No matter your age or gender, it’s important to be educated about osteoporosis, a condition that causes bones to become weak and brittle. The National Osteoporosis Foundation estimates 52 million Americans have osteoporosis – more than heart attack, stroke and breast cancer. It is preventable and treatable, but most patients are not diagnosed in time to receive effective therapy during the early phase of the disease.
“The signs are subtle,” said Jana Reed, certified nurse practitioner at OSF HealthCare Illinois Neurological Institute (INI). “That’s why INI is trying to be make people aware that they need to have their bone health regularly evaluated.”
Signs of the disease include:
- losing one or more inches in height
- developing a stooped posture
- having a deep bone ache
Because of the slow development of these symptoms, it is easy to let them go unnoticed. Proactive steps to protect your bones are important because osteoporosis cannot be cured; however, treatment can help.
Adults should actively minimize their risk of developing osteoporosis by eating a healthy diet and regularly participating in weight-bearing exercises. Hereditary risks, such as being tall and thin with small bones, are not in your control. However, your diet and exercise routine are. Those who drink more than two alcoholic drinks per day, smoke, eat foods high in salt and acid, are malnourished or have had gastric bypass are at higher risk of developing osteoporosis.
Your diet can help minimize risk by ensuring your body receives all the proper nutrients it needs. Calcium, Vitamin D and magnesium are three key components to bone health. Having your doctor perform two blood tests, a complete metabolic profile and a Vitamin D Hydroxy, can help recognize dietary risk factors. “It’s a good precaution to have all adults check their vitamin and mineral levels,” Jana said.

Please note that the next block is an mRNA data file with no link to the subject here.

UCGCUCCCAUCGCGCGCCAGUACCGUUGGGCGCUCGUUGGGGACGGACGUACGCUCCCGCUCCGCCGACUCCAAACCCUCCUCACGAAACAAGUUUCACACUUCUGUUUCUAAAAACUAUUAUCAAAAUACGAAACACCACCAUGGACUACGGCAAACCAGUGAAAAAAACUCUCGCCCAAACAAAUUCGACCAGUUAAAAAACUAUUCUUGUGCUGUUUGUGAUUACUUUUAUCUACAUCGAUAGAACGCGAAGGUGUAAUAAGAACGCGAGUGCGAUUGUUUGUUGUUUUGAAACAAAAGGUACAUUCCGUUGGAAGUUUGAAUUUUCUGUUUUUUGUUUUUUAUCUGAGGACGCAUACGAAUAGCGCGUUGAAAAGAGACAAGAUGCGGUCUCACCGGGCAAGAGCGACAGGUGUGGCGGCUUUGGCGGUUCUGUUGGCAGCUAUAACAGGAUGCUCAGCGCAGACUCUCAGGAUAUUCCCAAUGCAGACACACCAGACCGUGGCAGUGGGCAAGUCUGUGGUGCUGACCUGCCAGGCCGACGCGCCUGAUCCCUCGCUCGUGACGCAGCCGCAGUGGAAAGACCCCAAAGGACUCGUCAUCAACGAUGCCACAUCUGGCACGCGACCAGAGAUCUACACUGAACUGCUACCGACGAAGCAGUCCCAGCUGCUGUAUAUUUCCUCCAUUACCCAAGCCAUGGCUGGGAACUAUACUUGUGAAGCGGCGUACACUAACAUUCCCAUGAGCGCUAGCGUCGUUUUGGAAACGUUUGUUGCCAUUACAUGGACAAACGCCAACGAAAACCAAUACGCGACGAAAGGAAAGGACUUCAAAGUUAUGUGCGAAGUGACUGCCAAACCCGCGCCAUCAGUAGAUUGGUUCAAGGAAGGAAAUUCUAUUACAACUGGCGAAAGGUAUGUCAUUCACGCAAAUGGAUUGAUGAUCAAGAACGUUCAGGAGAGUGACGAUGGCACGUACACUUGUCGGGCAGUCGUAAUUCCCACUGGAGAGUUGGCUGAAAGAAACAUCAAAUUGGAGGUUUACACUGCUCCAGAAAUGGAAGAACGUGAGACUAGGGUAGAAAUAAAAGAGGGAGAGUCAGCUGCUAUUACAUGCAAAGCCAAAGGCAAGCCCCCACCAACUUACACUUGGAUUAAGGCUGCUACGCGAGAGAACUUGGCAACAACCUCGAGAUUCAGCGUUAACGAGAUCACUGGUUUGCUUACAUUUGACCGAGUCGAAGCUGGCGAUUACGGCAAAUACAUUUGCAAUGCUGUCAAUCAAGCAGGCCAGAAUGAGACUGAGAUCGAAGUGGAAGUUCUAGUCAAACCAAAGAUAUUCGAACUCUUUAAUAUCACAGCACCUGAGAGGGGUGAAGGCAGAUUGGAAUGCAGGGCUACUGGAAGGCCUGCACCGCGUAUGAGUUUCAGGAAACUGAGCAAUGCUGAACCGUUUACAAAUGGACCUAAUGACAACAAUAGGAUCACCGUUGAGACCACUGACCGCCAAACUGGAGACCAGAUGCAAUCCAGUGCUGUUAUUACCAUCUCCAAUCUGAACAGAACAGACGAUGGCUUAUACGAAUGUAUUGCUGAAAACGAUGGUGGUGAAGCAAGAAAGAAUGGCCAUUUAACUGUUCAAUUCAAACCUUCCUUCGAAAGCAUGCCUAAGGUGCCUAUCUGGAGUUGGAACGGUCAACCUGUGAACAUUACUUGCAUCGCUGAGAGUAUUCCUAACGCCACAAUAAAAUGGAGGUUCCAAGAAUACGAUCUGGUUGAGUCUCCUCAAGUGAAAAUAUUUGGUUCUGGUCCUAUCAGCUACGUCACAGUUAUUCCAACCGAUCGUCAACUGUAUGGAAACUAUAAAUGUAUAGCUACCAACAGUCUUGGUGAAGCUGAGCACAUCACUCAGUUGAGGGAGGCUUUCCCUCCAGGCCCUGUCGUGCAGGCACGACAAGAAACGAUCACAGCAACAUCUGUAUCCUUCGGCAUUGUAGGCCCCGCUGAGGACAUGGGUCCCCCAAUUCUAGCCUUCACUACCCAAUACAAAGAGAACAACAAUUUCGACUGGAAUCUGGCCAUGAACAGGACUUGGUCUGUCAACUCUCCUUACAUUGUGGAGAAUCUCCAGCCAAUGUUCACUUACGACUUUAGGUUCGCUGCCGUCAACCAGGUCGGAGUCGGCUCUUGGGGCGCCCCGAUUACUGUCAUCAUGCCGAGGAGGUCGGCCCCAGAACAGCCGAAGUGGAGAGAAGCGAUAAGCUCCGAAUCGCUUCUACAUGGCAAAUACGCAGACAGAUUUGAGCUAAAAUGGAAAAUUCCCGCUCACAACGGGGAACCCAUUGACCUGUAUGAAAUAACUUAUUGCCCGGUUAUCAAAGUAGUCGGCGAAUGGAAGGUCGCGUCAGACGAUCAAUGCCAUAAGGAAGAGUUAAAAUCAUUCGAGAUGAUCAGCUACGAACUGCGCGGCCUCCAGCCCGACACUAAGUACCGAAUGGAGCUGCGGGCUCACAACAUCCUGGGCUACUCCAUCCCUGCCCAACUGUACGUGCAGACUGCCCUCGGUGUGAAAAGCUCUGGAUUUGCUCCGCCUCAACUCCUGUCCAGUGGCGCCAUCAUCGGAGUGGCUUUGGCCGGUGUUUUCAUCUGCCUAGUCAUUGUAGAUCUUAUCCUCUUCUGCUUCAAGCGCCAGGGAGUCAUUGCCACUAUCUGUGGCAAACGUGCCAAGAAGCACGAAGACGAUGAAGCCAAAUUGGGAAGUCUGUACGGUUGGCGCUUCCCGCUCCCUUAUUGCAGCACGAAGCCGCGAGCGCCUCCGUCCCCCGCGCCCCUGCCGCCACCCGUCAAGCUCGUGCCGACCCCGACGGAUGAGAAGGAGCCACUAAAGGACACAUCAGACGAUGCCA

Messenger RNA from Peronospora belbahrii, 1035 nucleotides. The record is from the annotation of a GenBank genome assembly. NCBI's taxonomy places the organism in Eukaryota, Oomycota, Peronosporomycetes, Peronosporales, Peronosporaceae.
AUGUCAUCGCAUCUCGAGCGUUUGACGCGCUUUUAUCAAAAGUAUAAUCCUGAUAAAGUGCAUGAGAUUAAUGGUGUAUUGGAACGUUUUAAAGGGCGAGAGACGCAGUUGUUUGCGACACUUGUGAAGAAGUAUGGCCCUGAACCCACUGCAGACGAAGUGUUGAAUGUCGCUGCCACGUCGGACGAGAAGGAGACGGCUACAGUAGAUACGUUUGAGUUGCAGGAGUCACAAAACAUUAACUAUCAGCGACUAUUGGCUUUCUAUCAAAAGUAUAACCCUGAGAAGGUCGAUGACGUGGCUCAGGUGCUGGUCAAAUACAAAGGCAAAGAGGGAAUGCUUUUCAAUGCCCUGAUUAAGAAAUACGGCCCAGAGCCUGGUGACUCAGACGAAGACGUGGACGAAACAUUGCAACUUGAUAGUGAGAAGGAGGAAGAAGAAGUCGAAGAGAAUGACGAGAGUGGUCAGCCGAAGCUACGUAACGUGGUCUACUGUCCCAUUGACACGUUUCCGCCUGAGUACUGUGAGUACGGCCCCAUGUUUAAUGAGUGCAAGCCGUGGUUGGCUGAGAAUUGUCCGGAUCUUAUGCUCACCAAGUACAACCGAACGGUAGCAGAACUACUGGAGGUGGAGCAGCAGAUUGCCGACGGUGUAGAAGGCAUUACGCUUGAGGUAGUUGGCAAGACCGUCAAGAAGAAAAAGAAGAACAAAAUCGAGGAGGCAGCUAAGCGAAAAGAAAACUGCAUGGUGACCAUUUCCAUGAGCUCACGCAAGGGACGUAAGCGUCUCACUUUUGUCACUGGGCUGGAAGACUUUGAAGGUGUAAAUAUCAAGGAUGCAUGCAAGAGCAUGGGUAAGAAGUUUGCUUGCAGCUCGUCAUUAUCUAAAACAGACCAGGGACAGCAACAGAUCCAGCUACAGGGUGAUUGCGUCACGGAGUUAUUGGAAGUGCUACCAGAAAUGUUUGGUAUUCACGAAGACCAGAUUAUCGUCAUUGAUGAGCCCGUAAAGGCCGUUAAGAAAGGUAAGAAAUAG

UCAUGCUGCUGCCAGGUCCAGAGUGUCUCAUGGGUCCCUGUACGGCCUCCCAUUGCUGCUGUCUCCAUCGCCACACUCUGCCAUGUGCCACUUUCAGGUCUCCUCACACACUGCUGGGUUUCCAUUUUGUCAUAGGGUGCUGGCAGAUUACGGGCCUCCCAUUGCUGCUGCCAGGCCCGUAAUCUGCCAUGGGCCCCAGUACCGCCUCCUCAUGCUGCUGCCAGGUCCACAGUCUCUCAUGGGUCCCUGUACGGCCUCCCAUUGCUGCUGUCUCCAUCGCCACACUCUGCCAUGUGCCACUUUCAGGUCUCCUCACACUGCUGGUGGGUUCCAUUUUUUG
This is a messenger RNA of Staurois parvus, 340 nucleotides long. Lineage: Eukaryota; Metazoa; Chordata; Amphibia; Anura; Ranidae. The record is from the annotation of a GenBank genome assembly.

Men over the age of 70 and women 65 years or older should have a bone mineral density (BMD) test completed every two years to help catch the signs before an accident occurs. Women with premature menopause and all women post-menopause should begin regular BMD scans, regardless of age.
Nutrition is not the only way to decrease the risk of osteoporosis. Weight-bearing exercises that work against gravity can also help. Examples of these exercises include weight training, walking, running, hiking, and dancing. Non-weight bearing exercises include activities such as swimming or biking. While all kinds of exercise are good for your heart and body, weight-bearing exercises will help strengthen bones and prevent osteoporosis.
Risk of fractures
Not only does osteoporosis increase your risk of breaking bones if you fall, it also increases the risk of failed or compromised surgical operations because the bones aren’t strong enough to support added hardware.
Fragility fractures, or low-impact fractures, are the most common cause of fractures among seniors. Half of all women and 25 percent of all men over the age of 50 will sustain fragility fractures in their lifetime. Once a person has a fragility fracture, her or she is at an 86 percent higher risk of a second fracture. Despite this increased risk, only about one in four patients with fragility fractures receive osteoporosis treatment within six to 12 months.
“Most people don’t think they have it until they break something,” Jana said. “Even then, the broken bone might be treated without asking why the bone fractured so easily in the first place.” If you have had a fragility fracture – or have two or more risk factors – be sure to visit a specialist to create a personalized bone health care plan to check and manage your osteoporosis.
We can help
The Illinois Neurological Institute (INI) offers an Osteoporosis Clinic and a comprehensive bone health program. With a specialized team housed inside the Spine Institute, we can help you effectively work toward a healthier lifestyle and increased bone density. You don’t need a physician referral to visit the clinic. If you have multiple risk factors for osteoporosis, call the clinic at (877) 464-6670. Become educated on how you can live a healthier life with a decreased risk of osteoporosis and fractures.
Last Updated: July 9, 2021